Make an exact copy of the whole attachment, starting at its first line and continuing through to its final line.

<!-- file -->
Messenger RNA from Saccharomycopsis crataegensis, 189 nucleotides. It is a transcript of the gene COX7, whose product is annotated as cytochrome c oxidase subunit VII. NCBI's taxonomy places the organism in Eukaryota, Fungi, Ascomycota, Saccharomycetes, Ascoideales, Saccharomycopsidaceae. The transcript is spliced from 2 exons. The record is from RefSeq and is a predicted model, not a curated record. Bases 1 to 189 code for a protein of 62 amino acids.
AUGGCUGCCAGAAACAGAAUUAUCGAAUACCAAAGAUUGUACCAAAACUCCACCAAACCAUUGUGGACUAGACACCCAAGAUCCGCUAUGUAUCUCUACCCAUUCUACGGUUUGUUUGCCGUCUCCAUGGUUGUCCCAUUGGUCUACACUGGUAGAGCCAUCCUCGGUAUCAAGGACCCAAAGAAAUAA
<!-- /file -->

Messenger RNA from Saccharomycopsis crataegensis, 189 nucleotides. It is a transcript of the gene COX7, whose product is annotated as cytochrome c oxidase subunit VII. NCBI's taxonomy places the organism in Eukaryota, Fungi, Ascomycota, Saccharomycetes, Ascoideales, Saccharomycopsidaceae. The transcript is spliced from 2 exons. The record is from RefSeq and is a predicted model, not a curated record. Bases 1 to 189 code for a protein of 62 amino acids.
AUGGCUGCCAGAAACAGAAUUAUCGAAUACCAAAGAUUGUACCAAAACUCCACCAAACCAUUGUGGACUAGACACCCAAGAUCCGCUAUGUAUCUCUACCCAUUCUACGGUUUGUUUGCCGUCUCCAUGGUUGUCCCAUUGGUCUACACUGGUAGAGCCAUCCUCGGUAUCAAGGACCCAAAGAAAUAA